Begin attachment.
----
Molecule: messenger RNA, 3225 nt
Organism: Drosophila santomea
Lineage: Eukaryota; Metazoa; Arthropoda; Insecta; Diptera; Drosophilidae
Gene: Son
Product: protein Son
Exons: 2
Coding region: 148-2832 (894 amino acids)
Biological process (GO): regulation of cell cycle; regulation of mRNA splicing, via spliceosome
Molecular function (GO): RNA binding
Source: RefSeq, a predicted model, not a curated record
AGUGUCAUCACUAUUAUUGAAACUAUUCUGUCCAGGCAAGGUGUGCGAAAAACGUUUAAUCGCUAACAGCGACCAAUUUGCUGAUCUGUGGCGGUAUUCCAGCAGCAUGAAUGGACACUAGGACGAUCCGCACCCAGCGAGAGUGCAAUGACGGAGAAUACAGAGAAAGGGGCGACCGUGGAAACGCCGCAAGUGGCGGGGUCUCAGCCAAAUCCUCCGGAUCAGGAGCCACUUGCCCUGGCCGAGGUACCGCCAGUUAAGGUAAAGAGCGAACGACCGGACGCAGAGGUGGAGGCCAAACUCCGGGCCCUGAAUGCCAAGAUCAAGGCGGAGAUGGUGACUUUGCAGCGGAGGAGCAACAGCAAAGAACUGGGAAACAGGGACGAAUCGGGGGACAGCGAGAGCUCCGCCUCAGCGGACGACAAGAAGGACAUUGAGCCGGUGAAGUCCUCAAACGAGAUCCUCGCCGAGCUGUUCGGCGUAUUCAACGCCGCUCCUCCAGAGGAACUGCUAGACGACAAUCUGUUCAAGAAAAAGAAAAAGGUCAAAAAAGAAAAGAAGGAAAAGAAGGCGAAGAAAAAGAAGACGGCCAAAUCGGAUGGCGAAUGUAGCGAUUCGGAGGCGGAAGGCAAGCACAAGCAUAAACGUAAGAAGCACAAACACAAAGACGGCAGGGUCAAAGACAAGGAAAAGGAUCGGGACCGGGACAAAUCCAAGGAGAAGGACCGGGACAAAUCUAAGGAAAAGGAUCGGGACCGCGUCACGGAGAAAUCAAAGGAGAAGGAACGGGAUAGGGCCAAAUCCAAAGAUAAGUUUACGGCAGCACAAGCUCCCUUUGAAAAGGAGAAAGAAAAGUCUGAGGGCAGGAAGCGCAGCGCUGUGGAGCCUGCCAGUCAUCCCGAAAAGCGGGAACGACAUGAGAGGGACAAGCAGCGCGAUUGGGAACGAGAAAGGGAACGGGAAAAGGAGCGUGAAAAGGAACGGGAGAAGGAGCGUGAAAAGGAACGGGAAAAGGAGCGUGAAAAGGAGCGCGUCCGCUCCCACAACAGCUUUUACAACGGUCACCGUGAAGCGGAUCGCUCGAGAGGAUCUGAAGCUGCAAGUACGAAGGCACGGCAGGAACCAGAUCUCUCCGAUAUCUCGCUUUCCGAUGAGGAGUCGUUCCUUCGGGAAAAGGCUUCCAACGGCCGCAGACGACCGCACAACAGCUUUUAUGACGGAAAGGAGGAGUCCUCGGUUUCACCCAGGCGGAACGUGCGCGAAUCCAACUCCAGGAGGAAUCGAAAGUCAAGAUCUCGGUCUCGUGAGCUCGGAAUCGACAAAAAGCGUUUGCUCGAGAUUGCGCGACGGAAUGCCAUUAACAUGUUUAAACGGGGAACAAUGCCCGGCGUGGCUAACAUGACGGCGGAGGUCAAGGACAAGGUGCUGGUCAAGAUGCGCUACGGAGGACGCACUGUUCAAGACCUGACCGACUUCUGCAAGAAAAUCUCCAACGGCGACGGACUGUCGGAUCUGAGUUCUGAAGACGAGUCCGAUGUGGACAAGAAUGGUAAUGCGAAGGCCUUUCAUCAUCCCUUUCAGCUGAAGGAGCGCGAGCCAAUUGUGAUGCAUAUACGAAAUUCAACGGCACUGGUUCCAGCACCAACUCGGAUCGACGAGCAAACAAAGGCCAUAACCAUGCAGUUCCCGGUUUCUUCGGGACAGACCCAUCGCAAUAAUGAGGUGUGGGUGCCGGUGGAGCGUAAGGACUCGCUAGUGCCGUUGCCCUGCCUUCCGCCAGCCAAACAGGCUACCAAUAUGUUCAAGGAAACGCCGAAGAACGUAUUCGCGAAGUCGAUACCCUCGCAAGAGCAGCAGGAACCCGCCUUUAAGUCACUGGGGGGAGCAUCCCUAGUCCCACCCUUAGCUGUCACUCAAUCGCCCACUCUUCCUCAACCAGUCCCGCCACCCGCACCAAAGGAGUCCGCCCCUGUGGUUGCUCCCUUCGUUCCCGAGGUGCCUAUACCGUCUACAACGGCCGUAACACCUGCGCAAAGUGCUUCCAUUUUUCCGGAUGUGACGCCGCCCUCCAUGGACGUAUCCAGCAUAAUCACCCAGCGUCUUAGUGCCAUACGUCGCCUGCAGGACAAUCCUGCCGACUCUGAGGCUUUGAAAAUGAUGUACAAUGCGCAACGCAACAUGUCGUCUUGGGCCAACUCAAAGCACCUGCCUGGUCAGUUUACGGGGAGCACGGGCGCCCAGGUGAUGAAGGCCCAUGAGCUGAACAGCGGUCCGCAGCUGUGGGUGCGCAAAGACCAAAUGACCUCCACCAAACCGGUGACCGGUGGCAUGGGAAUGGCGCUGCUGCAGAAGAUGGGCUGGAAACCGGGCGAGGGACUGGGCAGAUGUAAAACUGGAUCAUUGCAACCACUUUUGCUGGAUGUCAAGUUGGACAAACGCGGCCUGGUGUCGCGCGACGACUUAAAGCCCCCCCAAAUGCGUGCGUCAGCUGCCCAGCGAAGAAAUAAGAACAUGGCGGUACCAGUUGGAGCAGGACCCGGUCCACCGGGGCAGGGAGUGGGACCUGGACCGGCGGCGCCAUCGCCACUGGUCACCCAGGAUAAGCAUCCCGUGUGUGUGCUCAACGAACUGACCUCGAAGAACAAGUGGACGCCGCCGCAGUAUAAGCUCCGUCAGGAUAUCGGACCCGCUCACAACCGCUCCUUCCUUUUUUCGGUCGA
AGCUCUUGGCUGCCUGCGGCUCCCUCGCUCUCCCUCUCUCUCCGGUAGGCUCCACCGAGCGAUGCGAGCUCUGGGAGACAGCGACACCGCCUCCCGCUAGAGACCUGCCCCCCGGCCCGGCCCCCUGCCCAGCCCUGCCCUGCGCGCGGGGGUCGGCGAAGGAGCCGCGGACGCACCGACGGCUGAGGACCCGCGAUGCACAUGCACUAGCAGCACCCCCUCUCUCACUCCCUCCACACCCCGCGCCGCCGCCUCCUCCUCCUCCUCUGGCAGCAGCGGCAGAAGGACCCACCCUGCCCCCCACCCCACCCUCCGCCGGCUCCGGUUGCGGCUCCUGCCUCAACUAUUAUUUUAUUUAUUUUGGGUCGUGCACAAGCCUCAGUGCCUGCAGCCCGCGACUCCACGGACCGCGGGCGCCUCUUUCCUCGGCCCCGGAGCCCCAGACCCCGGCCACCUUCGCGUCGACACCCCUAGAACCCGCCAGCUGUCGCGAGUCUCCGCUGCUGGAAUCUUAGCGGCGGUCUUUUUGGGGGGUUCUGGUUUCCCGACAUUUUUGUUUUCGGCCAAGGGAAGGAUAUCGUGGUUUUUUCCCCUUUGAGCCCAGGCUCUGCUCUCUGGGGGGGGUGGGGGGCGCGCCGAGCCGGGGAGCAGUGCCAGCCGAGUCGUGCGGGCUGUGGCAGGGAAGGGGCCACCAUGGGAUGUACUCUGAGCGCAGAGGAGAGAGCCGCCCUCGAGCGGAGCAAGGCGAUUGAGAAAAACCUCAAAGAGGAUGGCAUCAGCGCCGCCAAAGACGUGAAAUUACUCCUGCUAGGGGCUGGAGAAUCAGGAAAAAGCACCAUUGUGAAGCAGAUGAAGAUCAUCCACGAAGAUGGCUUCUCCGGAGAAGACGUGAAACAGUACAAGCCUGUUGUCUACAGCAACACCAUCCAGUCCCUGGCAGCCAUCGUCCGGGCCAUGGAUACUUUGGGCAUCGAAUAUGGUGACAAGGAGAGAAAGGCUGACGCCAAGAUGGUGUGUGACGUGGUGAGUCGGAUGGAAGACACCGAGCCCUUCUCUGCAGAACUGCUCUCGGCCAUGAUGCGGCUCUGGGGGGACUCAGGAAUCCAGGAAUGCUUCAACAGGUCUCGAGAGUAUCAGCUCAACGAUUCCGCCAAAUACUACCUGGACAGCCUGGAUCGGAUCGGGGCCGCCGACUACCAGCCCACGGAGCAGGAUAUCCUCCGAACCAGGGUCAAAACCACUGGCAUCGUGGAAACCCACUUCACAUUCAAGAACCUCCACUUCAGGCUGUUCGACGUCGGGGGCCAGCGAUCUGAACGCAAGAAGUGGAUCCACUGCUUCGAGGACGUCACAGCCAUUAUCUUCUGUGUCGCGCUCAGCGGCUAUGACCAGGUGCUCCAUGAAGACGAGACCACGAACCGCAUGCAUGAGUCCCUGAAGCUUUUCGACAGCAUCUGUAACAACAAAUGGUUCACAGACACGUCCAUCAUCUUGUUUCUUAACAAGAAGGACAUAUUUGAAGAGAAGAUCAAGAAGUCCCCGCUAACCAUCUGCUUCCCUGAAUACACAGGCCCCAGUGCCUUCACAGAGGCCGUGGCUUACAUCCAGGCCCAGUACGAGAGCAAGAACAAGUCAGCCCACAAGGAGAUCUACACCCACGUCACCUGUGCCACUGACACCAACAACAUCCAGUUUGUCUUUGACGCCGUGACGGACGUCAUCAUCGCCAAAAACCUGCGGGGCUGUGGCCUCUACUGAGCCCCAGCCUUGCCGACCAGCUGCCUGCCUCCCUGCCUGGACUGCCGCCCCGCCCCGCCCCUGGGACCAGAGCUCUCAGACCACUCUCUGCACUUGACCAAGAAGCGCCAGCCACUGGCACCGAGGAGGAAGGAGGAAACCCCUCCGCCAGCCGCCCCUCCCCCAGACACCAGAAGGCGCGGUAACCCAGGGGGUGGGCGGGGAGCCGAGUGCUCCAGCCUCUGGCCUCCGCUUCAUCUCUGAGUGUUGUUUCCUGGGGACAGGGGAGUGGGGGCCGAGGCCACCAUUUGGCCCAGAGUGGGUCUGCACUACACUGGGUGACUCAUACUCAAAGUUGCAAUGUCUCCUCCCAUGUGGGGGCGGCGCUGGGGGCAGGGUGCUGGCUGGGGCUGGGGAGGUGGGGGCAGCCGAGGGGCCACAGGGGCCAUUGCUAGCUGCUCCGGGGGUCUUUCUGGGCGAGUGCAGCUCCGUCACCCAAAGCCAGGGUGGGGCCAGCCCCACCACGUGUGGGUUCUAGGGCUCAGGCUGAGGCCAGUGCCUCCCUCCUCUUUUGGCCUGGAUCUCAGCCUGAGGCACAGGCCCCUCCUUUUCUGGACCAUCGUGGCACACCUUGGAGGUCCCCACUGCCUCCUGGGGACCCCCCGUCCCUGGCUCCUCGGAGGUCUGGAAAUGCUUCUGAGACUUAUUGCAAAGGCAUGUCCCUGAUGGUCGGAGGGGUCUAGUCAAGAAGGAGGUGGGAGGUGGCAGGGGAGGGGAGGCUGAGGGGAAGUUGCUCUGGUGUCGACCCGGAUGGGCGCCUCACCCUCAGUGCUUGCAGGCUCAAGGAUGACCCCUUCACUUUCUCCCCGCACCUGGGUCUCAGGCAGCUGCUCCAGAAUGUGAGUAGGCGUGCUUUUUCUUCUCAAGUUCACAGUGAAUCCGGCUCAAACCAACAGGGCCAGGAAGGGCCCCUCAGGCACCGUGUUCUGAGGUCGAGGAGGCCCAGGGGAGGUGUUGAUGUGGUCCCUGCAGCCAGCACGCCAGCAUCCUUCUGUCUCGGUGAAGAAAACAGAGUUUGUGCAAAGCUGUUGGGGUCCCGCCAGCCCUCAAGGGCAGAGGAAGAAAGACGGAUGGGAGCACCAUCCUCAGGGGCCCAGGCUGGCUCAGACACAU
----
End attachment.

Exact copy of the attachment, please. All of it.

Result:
Molecule: messenger RNA, 3225 nt
Organism: Drosophila santomea
Lineage: Eukaryota; Metazoa; Arthropoda; Insecta; Diptera; Drosophilidae
Gene: Son
Product: protein Son
Exons: 2
Coding region: 148-2832 (894 amino acids)
Biological process (GO): regulation of cell cycle; regulation of mRNA splicing, via spliceosome
Molecular function (GO): RNA binding
Source: RefSeq, a predicted model, not a curated record
AGUGUCAUCACUAUUAUUGAAACUAUUCUGUCCAGGCAAGGUGUGCGAAAAACGUUUAAUCGCUAACAGCGACCAAUUUGCUGAUCUGUGGCGGUAUUCCAGCAGCAUGAAUGGACACUAGGACGAUCCGCACCCAGCGAGAGUGCAAUGACGGAGAAUACAGAGAAAGGGGCGACCGUGGAAACGCCGCAAGUGGCGGGGUCUCAGCCAAAUCCUCCGGAUCAGGAGCCACUUGCCCUGGCCGAGGUACCGCCAGUUAAGGUAAAGAGCGAACGACCGGACGCAGAGGUGGAGGCCAAACUCCGGGCCCUGAAUGCCAAGAUCAAGGCGGAGAUGGUGACUUUGCAGCGGAGGAGCAACAGCAAAGAACUGGGAAACAGGGACGAAUCGGGGGACAGCGAGAGCUCCGCCUCAGCGGACGACAAGAAGGACAUUGAGCCGGUGAAGUCCUCAAACGAGAUCCUCGCCGAGCUGUUCGGCGUAUUCAACGCCGCUCCUCCAGAGGAACUGCUAGACGACAAUCUGUUCAAGAAAAAGAAAAAGGUCAAAAAAGAAAAGAAGGAAAAGAAGGCGAAGAAAAAGAAGACGGCCAAAUCGGAUGGCGAAUGUAGCGAUUCGGAGGCGGAAGGCAAGCACAAGCAUAAACGUAAGAAGCACAAACACAAAGACGGCAGGGUCAAAGACAAGGAAAAGGAUCGGGACCGGGACAAAUCCAAGGAGAAGGACCGGGACAAAUCUAAGGAAAAGGAUCGGGACCGCGUCACGGAGAAAUCAAAGGAGAAGGAACGGGAUAGGGCCAAAUCCAAAGAUAAGUUUACGGCAGCACAAGCUCCCUUUGAAAAGGAGAAAGAAAAGUCUGAGGGCAGGAAGCGCAGCGCUGUGGAGCCUGCCAGUCAUCCCGAAAAGCGGGAACGACAUGAGAGGGACAAGCAGCGCGAUUGGGAACGAGAAAGGGAACGGGAAAAGGAGCGUGAAAAGGAACGGGAGAAGGAGCGUGAAAAGGAACGGGAAAAGGAGCGUGAAAAGGAGCGCGUCCGCUCCCACAACAGCUUUUACAACGGUCACCGUGAAGCGGAUCGCUCGAGAGGAUCUGAAGCUGCAAGUACGAAGGCACGGCAGGAACCAGAUCUCUCCGAUAUCUCGCUUUCCGAUGAGGAGUCGUUCCUUCGGGAAAAGGCUUCCAACGGCCGCAGACGACCGCACAACAGCUUUUAUGACGGAAAGGAGGAGUCCUCGGUUUCACCCAGGCGGAACGUGCGCGAAUCCAACUCCAGGAGGAAUCGAAAGUCAAGAUCUCGGUCUCGUGAGCUCGGAAUCGACAAAAAGCGUUUGCUCGAGAUUGCGCGACGGAAUGCCAUUAACAUGUUUAAACGGGGAACAAUGCCCGGCGUGGCUAACAUGACGGCGGAGGUCAAGGACAAGGUGCUGGUCAAGAUGCGCUACGGAGGACGCACUGUUCAAGACCUGACCGACUUCUGCAAGAAAAUCUCCAACGGCGACGGACUGUCGGAUCUGAGUUCUGAAGACGAGUCCGAUGUGGACAAGAAUGGUAAUGCGAAGGCCUUUCAUCAUCCCUUUCAGCUGAAGGAGCGCGAGCCAAUUGUGAUGCAUAUACGAAAUUCAACGGCACUGGUUCCAGCACCAACUCGGAUCGACGAGCAAACAAAGGCCAUAACCAUGCAGUUCCCGGUUUCUUCGGGACAGACCCAUCGCAAUAAUGAGGUGUGGGUGCCGGUGGAGCGUAAGGACUCGCUAGUGCCGUUGCCCUGCCUUCCGCCAGCCAAACAGGCUACCAAUAUGUUCAAGGAAACGCCGAAGAACGUAUUCGCGAAGUCGAUACCCUCGCAAGAGCAGCAGGAACCCGCCUUUAAGUCACUGGGGGGAGCAUCCCUAGUCCCACCCUUAGCUGUCACUCAAUCGCCCACUCUUCCUCAACCAGUCCCGCCACCCGCACCAAAGGAGUCCGCCCCUGUGGUUGCUCCCUUCGUUCCCGAGGUGCCUAUACCGUCUACAACGGCCGUAACACCUGCGCAAAGUGCUUCCAUUUUUCCGGAUGUGACGCCGCCCUCCAUGGACGUAUCCAGCAUAAUCACCCAGCGUCUUAGUGCCAUACGUCGCCUGCAGGACAAUCCUGCCGACUCUGAGGCUUUGAAAAUGAUGUACAAUGCGCAACGCAACAUGUCGUCUUGGGCCAACUCAAAGCACCUGCCUGGUCAGUUUACGGGGAGCACGGGCGCCCAGGUGAUGAAGGCCCAUGAGCUGAACAGCGGUCCGCAGCUGUGGGUGCGCAAAGACCAAAUGACCUCCACCAAACCGGUGACCGGUGGCAUGGGAAUGGCGCUGCUGCAGAAGAUGGGCUGGAAACCGGGCGAGGGACUGGGCAGAUGUAAAACUGGAUCAUUGCAACCACUUUUGCUGGAUGUCAAGUUGGACAAACGCGGCCUGGUGUCGCGCGACGACUUAAAGCCCCCCCAAAUGCGUGCGUCAGCUGCCCAGCGAAGAAAUAAGAACAUGGCGGUACCAGUUGGAGCAGGACCCGGUCCACCGGGGCAGGGAGUGGGACCUGGACCGGCGGCGCCAUCGCCACUGGUCACCCAGGAUAAGCAUCCCGUGUGUGUGCUCAACGAACUGACCUCGAAGAACAAGUGGACGCCGCCGCAGUAUAAGCUCCGUCAGGAUAUCGGACCCGCUCACAACCGCUCCUUCCUUUUUUCGGUCGA
AGCUCUUGGCUGCCUGCGGCUCCCUCGCUCUCCCUCUCUCUCCGGUAGGCUCCACCGAGCGAUGCGAGCUCUGGGAGACAGCGACACCGCCUCCCGCUAGAGACCUGCCCCCCGGCCCGGCCCCCUGCCCAGCCCUGCCCUGCGCGCGGGGGUCGGCGAAGGAGCCGCGGACGCACCGACGGCUGAGGACCCGCGAUGCACAUGCACUAGCAGCACCCCCUCUCUCACUCCCUCCACACCCCGCGCCGCCGCCUCCUCCUCCUCCUCUGGCAGCAGCGGCAGAAGGACCCACCCUGCCCCCCACCCCACCCUCCGCCGGCUCCGGUUGCGGCUCCUGCCUCAACUAUUAUUUUAUUUAUUUUGGGUCGUGCACAAGCCUCAGUGCCUGCAGCCCGCGACUCCACGGACCGCGGGCGCCUCUUUCCUCGGCCCCGGAGCCCCAGACCCCGGCCACCUUCGCGUCGACACCCCUAGAACCCGCCAGCUGUCGCGAGUCUCCGCUGCUGGAAUCUUAGCGGCGGUCUUUUUGGGGGGUUCUGGUUUCCCGACAUUUUUGUUUUCGGCCAAGGGAAGGAUAUCGUGGUUUUUUCCCCUUUGAGCCCAGGCUCUGCUCUCUGGGGGGGGUGGGGGGCGCGCCGAGCCGGGGAGCAGUGCCAGCCGAGUCGUGCGGGCUGUGGCAGGGAAGGGGCCACCAUGGGAUGUACUCUGAGCGCAGAGGAGAGAGCCGCCCUCGAGCGGAGCAAGGCGAUUGAGAAAAACCUCAAAGAGGAUGGCAUCAGCGCCGCCAAAGACGUGAAAUUACUCCUGCUAGGGGCUGGAGAAUCAGGAAAAAGCACCAUUGUGAAGCAGAUGAAGAUCAUCCACGAAGAUGGCUUCUCCGGAGAAGACGUGAAACAGUACAAGCCUGUUGUCUACAGCAACACCAUCCAGUCCCUGGCAGCCAUCGUCCGGGCCAUGGAUACUUUGGGCAUCGAAUAUGGUGACAAGGAGAGAAAGGCUGACGCCAAGAUGGUGUGUGACGUGGUGAGUCGGAUGGAAGACACCGAGCCCUUCUCUGCAGAACUGCUCUCGGCCAUGAUGCGGCUCUGGGGGGACUCAGGAAUCCAGGAAUGCUUCAACAGGUCUCGAGAGUAUCAGCUCAACGAUUCCGCCAAAUACUACCUGGACAGCCUGGAUCGGAUCGGGGCCGCCGACUACCAGCCCACGGAGCAGGAUAUCCUCCGAACCAGGGUCAAAACCACUGGCAUCGUGGAAACCCACUUCACAUUCAAGAACCUCCACUUCAGGCUGUUCGACGUCGGGGGCCAGCGAUCUGAACGCAAGAAGUGGAUCCACUGCUUCGAGGACGUCACAGCCAUUAUCUUCUGUGUCGCGCUCAGCGGCUAUGACCAGGUGCUCCAUGAAGACGAGACCACGAACCGCAUGCAUGAGUCCCUGAAGCUUUUCGACAGCAUCUGUAACAACAAAUGGUUCACAGACACGUCCAUCAUCUUGUUUCUUAACAAGAAGGACAUAUUUGAAGAGAAGAUCAAGAAGUCCCCGCUAACCAUCUGCUUCCCUGAAUACACAGGCCCCAGUGCCUUCACAGAGGCCGUGGCUUACAUCCAGGCCCAGUACGAGAGCAAGAACAAGUCAGCCCACAAGGAGAUCUACACCCACGUCACCUGUGCCACUGACACCAACAACAUCCAGUUUGUCUUUGACGCCGUGACGGACGUCAUCAUCGCCAAAAACCUGCGGGGCUGUGGCCUCUACUGAGCCCCAGCCUUGCCGACCAGCUGCCUGCCUCCCUGCCUGGACUGCCGCCCCGCCCCGCCCCUGGGACCAGAGCUCUCAGACCACUCUCUGCACUUGACCAAGAAGCGCCAGCCACUGGCACCGAGGAGGAAGGAGGAAACCCCUCCGCCAGCCGCCCCUCCCCCAGACACCAGAAGGCGCGGUAACCCAGGGGGUGGGCGGGGAGCCGAGUGCUCCAGCCUCUGGCCUCCGCUUCAUCUCUGAGUGUUGUUUCCUGGGGACAGGGGAGUGGGGGCCGAGGCCACCAUUUGGCCCAGAGUGGGUCUGCACUACACUGGGUGACUCAUACUCAAAGUUGCAAUGUCUCCUCCCAUGUGGGGGCGGCGCUGGGGGCAGGGUGCUGGCUGGGGCUGGGGAGGUGGGGGCAGCCGAGGGGCCACAGGGGCCAUUGCUAGCUGCUCCGGGGGUCUUUCUGGGCGAGUGCAGCUCCGUCACCCAAAGCCAGGGUGGGGCCAGCCCCACCACGUGUGGGUUCUAGGGCUCAGGCUGAGGCCAGUGCCUCCCUCCUCUUUUGGCCUGGAUCUCAGCCUGAGGCACAGGCCCCUCCUUUUCUGGACCAUCGUGGCACACCUUGGAGGUCCCCACUGCCUCCUGGGGACCCCCCGUCCCUGGCUCCUCGGAGGUCUGGAAAUGCUUCUGAGACUUAUUGCAAAGGCAUGUCCCUGAUGGUCGGAGGGGUCUAGUCAAGAAGGAGGUGGGAGGUGGCAGGGGAGGGGAGGCUGAGGGGAAGUUGCUCUGGUGUCGACCCGGAUGGGCGCCUCACCCUCAGUGCUUGCAGGCUCAAGGAUGACCCCUUCACUUUCUCCCCGCACCUGGGUCUCAGGCAGCUGCUCCAGAAUGUGAGUAGGCGUGCUUUUUCUUCUCAAGUUCACAGUGAAUCCGGCUCAAACCAACAGGGCCAGGAAGGGCCCCUCAGGCACCGUGUUCUGAGGUCGAGGAGGCCCAGGGGAGGUGUUGAUGUGGUCCCUGCAGCCAGCACGCCAGCAUCCUUCUGUCUCGGUGAAGAAAACAGAGUUUGUGCAAAGCUGUUGGGGUCCCGCCAGCCCUCAAGGGCAGAGGAAGAAAGACGGAUGGGAGCACCAUCCUCAGGGGCCCAGGCUGGCUCAGACACAU